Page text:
Central Banks Bolster Euro Hopes, Send Stocks Rallying for Fourth Day
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Wall Street extended its winning streak to four days after global central banks acted to buttress the European banking sector, easing worries that the region may find itself in another credit crunch.
The Dow Jones Industrial Average jumped 186 points, or 1.7%, to 11,433, the S&P 500 gained 20.4 points, or 1.7%, to 1,209 and the Nasdaq Composite rose 34.5 points, or 1.3%, to 2,607.
The European Central Bank, along with the U.S. Federal Reserve and other major central banks, is going to roll out three new liquidity operations between October and December aimed at helping euro zone banks secure funding amid the regional sovereign debt crisis.
"This event is an attempt to prevent a run on some European banks in terms of funding, especially dollar based funding," Peter Boockvar, managing director at Miller Tabak + Co., wrote in a note to clients.
Lending between banks, key to supporting the financial system, has lessened considerably, according to various metrics, because of worries about the banks' exposure to sovereign debt. This move is a bid to ease those pressures.
French banking stocks, which had been hit particularly hard because of these worries soared on the news. Indeed, BNP Paribas, Societe Generale and Credit Agricole tacked on considerable gains on the news.
The U.S. financial sector led the charge on Wall Street as well, with companies like JPMorgan Chase (NYSE:JPM) and Bank of America (NYSE:BAC) soaring. However, the rally was broad, with all Dow components ending higher and 86% of volume on the New York Stock Exchange in advancing shares.
The euro also advanced markedly on the news, recently gaining 1.1% against the greenback. Meanwhile, the U.S. dollar sagged 0.6% against a basket of world currencies.
As equity markets have rallied, traders have fled safe-haven assets. Gold tumbled $45.10, or 2.5%, to $1,781 a troy ounce. The yield on the benchmark 10-year Treasury note jumped to 2.085%.
The American economy came squarely into focus on Thursday morning, as market participants received several important economic reports.
The labor market has been one of the weakest components of the broader economy as unemployment has remained stuck above 9%, and the jobs market essentially stalled last month. Creating employment in America has also become a major political flashpoint in Washington, with President Barack Obama unveiling a sweeping job-creation proposal last week.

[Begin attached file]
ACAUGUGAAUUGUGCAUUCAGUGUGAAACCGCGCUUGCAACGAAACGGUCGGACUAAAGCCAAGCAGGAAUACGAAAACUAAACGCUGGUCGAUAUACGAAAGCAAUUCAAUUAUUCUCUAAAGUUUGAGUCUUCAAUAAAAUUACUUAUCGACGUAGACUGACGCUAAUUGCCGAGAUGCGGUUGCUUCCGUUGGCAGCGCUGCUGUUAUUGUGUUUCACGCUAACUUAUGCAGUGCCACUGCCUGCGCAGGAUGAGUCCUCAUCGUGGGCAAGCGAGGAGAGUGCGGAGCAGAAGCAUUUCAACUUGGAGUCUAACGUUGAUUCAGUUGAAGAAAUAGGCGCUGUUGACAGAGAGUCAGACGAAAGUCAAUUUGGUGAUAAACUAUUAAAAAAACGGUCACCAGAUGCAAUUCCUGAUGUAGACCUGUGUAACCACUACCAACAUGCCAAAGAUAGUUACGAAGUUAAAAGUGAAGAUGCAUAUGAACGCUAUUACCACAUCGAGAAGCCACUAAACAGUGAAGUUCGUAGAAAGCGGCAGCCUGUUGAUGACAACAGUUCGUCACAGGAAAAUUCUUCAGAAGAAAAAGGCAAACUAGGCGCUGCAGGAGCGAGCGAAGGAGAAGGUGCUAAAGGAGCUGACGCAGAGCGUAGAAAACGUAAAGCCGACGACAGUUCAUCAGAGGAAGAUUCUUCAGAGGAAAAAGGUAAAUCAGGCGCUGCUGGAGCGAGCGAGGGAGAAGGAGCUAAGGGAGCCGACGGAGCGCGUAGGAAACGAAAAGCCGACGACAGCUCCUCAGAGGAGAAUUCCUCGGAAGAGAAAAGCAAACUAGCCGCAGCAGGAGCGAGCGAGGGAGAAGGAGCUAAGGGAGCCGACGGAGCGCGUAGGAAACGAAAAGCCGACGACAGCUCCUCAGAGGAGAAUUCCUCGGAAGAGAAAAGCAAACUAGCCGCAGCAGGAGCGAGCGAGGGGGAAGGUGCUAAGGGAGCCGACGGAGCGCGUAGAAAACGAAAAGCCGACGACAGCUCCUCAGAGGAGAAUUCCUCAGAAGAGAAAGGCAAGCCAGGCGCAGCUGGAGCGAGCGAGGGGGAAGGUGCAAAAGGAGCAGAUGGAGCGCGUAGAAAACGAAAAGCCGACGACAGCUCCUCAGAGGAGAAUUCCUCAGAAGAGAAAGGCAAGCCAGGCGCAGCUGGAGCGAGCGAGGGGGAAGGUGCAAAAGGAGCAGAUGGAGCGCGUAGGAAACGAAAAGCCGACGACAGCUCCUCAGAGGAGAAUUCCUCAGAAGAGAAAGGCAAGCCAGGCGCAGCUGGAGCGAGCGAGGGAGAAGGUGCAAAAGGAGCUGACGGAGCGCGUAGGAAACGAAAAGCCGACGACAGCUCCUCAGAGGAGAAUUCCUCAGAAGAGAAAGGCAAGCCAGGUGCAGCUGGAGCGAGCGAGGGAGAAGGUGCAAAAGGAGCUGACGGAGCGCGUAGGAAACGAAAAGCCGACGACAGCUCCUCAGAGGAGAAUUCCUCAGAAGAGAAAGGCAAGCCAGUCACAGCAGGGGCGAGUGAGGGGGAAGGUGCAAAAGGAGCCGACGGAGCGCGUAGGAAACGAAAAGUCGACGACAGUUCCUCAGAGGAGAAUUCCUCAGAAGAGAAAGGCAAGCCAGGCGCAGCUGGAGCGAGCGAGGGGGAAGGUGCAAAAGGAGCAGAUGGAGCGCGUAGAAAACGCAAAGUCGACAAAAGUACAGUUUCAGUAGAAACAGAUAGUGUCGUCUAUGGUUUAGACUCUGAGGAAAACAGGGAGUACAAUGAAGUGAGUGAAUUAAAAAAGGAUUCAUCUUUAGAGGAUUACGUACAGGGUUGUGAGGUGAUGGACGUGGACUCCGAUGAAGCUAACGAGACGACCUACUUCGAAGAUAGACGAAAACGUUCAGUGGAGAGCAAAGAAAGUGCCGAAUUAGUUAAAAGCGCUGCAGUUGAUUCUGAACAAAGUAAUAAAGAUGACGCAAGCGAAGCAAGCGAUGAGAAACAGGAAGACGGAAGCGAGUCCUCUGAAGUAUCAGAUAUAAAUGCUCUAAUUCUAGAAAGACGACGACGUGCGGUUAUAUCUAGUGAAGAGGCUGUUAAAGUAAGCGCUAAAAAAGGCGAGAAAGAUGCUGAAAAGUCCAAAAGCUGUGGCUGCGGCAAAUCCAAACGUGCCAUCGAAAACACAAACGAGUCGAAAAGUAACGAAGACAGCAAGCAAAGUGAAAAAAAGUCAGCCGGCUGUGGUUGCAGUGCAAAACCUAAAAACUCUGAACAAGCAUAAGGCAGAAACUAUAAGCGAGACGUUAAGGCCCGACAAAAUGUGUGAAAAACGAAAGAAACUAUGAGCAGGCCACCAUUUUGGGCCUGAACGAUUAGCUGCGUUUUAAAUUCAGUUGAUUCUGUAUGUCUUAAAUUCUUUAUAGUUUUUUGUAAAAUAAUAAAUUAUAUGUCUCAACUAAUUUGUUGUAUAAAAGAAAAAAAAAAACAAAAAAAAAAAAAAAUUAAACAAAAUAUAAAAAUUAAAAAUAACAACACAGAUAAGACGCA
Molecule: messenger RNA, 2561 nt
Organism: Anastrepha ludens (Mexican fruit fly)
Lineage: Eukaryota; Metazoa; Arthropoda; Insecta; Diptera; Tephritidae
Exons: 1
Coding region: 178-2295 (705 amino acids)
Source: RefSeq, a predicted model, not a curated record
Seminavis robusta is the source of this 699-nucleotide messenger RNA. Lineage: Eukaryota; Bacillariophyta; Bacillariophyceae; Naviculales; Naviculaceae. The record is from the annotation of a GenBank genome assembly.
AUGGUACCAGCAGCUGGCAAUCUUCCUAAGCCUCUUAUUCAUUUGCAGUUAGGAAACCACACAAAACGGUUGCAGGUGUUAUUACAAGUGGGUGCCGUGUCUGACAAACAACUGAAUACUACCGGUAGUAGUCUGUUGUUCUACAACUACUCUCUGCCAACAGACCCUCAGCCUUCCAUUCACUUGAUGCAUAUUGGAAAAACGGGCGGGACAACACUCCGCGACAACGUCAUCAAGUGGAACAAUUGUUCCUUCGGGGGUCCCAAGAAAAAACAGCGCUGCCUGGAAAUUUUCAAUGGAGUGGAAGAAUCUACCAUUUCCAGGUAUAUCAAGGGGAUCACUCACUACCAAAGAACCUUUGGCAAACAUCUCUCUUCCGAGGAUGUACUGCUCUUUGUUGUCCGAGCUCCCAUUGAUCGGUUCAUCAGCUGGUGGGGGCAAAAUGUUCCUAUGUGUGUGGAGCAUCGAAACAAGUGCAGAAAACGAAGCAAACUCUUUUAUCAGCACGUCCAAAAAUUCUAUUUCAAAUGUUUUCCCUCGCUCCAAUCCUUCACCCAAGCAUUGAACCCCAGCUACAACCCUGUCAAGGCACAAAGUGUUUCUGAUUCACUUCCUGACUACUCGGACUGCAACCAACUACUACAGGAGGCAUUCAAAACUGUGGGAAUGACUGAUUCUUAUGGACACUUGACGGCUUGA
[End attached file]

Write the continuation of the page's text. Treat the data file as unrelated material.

New claims for unemployment benefits rose last week to 428,000 from 417,000 the week prior. Economists had expected a drop to 410,000. The number of individuals filing for first-time unemployment benefits has been hovering about the 400,000-level for weeks, which has added to worries about the jobs market:
Prices at the consumer level climbed 0.4% last month, a bigger gain than the 0.2% economists anticipated, according to the Labor Department's Consumer Price Index. Excluding the more volatile food and energy components, so-called core prices were up 0.2%, which was in line with expectations. Monetary policymakers watch the inflation situation closely, as expansionary policy such as the Federal Reserve has embarked on often increases the chances of boosting the rate of inflation.
"The acceleration in the core CPI will add fuel to the fire for Hawks on the FOMC that believe the Fed should be removing accommodation, rather than adding to it," economists at Nomura wrote in a research note.
Two regional manufacturing survey showed continued contraction in September. The closely-watched Philadelphia Federal Reserve's business conditions rose to -17.5 this month, from -30.7 last month, but slightly worse than the -15 economists were anticipating.
The New York Federal Reserve's gauge of manufacturing activity fell slightly to -8.8 this month from -7.7 in August -- a weaker reading than the -4 economists forecast. Readings below 0 point to contraction while those above 0 point to expansion.
The markets have been driven sharply higher and lower by developments on Europe's sovereign debt crisis in recent days. Indeed, the blue chips traded in a nearly 400-point range on Wednesday as traders reacted to a constant flow of headlines. However, hopes that Europe would be able to keep the crisis under control pushed the Dow higher by 141 points by the end of the trading session.
On the corporate front, UBS (NYSE:UBS) said a rogue trader will cost the company $2 billion, resulting from unauthorized trades. Shares of the Swiss banking giant were down sharply in pre-market trading.
Former Morgan Stanley (NYSE:MS) chief executive John Mack also said he will step down as chairman at the end of the year but remain a senior advisor.
Energy markets were in the green tracking a much weaker dollar and hopes Greece will be able to avert a default on its debt. Light, sweet crude climbed 49 cents, or 0.55%, to $89.40 a barrel. Wholesale RBOB gasoline rose 6 cents, or 2.1%, to $2.78 a gallon.
The English FTSE 100 jumped 2.1% to 5,338 and the German DAX soared 3.2% to 5,508.
In Asia, the Japanese Nikkei 225 gained 1.8% to 8,669 and the Chinese Hang Seng rose 0.71% to 19,182.